Live Truck Takes North KC Students’ Broadcast Skills to the Next Level
April 16, 2019 by Chuck Baker
The North Kansas City School District is now operating the first student-run live production truck in the country. Primarily based at Staley High School, the 33-foot long truck is also shared with Oak Park, North Kansas City and Winnetonka high schools for sporting event coverage. Kansas City’s Fox 4 News recently profiled the project.
“We get to set up the cameras. We can plug everything into the live truck, so it’s all us and we can pretty much learn from start to finish how to set it all up and that’s exciting.” Karson Davis, Staley HS student, executive producer.
The truck was purchased from a television station in Ohio, and equipped with a new NewTek TriCaster® TC1 4Kp60 16-input hybrid IP/SDI integrated multi-camera production system with short panel control surface. The live production system supports cameras connecting either via SDI, or over the network via NewTek’s NDI® bidirectional technology for transport of video, audio and data over standard networks at very high quality and very low latency.
The TriCaster TC1 is the most complete multi-camera integrated live production system on the planet. Production capabilities include CG text and graphics creation, multiple downstream keyers per channel for video layering and graphics and text overlay, multiple Mix/Effects busses for layering and special effects. The system comes with a library of hundreds of built-in digital effects and transitions plus hundreds of graphics templates, many virtual sets, plus the applications to customize all of these assets and create new ones. Also provided are:
- Media asset storage, management and playback
- Virtual sets, with virtual camera moves
- Professional broadcast quality video calibration tools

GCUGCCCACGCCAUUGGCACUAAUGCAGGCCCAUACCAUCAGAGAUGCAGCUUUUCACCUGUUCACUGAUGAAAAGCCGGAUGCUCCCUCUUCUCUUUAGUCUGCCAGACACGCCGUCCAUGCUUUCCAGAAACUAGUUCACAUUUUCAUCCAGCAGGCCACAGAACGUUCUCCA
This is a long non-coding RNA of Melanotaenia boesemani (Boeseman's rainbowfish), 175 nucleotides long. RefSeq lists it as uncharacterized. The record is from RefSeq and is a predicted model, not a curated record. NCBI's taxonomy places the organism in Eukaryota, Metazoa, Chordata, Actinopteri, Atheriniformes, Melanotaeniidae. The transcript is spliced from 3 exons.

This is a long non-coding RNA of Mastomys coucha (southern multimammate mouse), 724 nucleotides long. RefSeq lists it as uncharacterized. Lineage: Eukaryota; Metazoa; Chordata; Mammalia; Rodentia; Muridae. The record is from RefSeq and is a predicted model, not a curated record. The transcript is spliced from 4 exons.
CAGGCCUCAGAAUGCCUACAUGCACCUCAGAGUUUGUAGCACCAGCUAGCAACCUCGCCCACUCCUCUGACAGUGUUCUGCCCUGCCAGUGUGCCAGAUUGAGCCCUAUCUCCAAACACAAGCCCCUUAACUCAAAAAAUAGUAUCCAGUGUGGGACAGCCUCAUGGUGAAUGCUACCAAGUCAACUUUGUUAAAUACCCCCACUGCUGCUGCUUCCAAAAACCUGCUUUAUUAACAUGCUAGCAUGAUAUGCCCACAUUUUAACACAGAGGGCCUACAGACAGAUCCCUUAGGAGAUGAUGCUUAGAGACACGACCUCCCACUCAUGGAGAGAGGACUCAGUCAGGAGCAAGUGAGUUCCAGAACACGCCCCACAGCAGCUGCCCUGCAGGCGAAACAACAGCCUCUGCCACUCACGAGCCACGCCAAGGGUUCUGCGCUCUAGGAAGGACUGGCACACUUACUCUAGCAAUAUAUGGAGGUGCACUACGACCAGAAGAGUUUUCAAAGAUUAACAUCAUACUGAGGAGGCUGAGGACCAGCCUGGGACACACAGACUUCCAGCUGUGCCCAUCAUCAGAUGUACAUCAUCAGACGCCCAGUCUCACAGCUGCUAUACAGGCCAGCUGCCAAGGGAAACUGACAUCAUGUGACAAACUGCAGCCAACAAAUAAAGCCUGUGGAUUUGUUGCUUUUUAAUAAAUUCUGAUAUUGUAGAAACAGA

- And much, much more.
The students can thus experience virtually every variety of work that would be encountered in broadcast production environments, from creating and customizing graphics, audio and video content in pre-production for a show or event, to technical setup and calibration of the production suite, all the way to switching the live production at showtime.
An advantage of the TC1 in the educational market is that functionally, it is not one production system, but the heart of a modular range of systems from entry level production to professional broadcast studio. The NKCSD live truck complement for example is three cameras now. The school district can expand up to 16 cameras, and with optional input modules those could all be SDI cameras. If the current group of cameras is HD, the district can upgrade to 4K cameras in the future and go to full UHD production, broadcast and streaming.
Sports production capability for the live truck is supplemented with a NewTek 3Play® 3P1 integrated sports production system, also IP/SDI, with NDI I/O. The system allows for 4 inputs and two outputs of fully synchronized video for instant replay and slow motion. Customizable graphics, dual channel first replay telestration, four channel simultaneous full resolution recording, social media publishing and many more functions are available in real time for live sports production.
The video production industry, from entry level all the way up to top-tier broadcasting, is moving from dedicated, specialized cabling and equipment to software-driven production based on IT equipment connected over IP networks. The NewTek equipment therefore puts the students in a state-of-the-art environment for the broadcast and production industry they wish to enter. The capability for SDI as well as IP means that they can successfully understand traditional facilities as well, and be comfortable in production environments at any stage in this transition. The use of NDI also gives them a leg up, since it is by far the leading deployed standard for video production over IP, with thousands of products in the hands of millions of users.
“I do want to go into broadcasting one day and do something in sports. I think the live truck is gonna create so many more opportunities for me.” - Emmalyn Downs, Staley HS student, sports announcer.
The suite in the truck’s three operating bays are rounded out with multiple monitor screens, a variety of other production equipment and multiple cameras. Included is a NewTek NDI PTZ1 robotic camera, which has the capability of supporting video, audio, control, power and tally all over a single Ethernet cable.
“We’ve got these high-tech kids who are just eating this up, and then we got the talent, the people who are enjoying being in front of the camera. I’m really proud of how responsible these kids are and that they are so excited and wanting to learn.” - Christina Geabhart, Oak Park HS sports broadcast teacher.
Read the complete story at Fox 4 News, Kansas City: North KC Schools’ first live truck takes students’ broadcast skills to the next level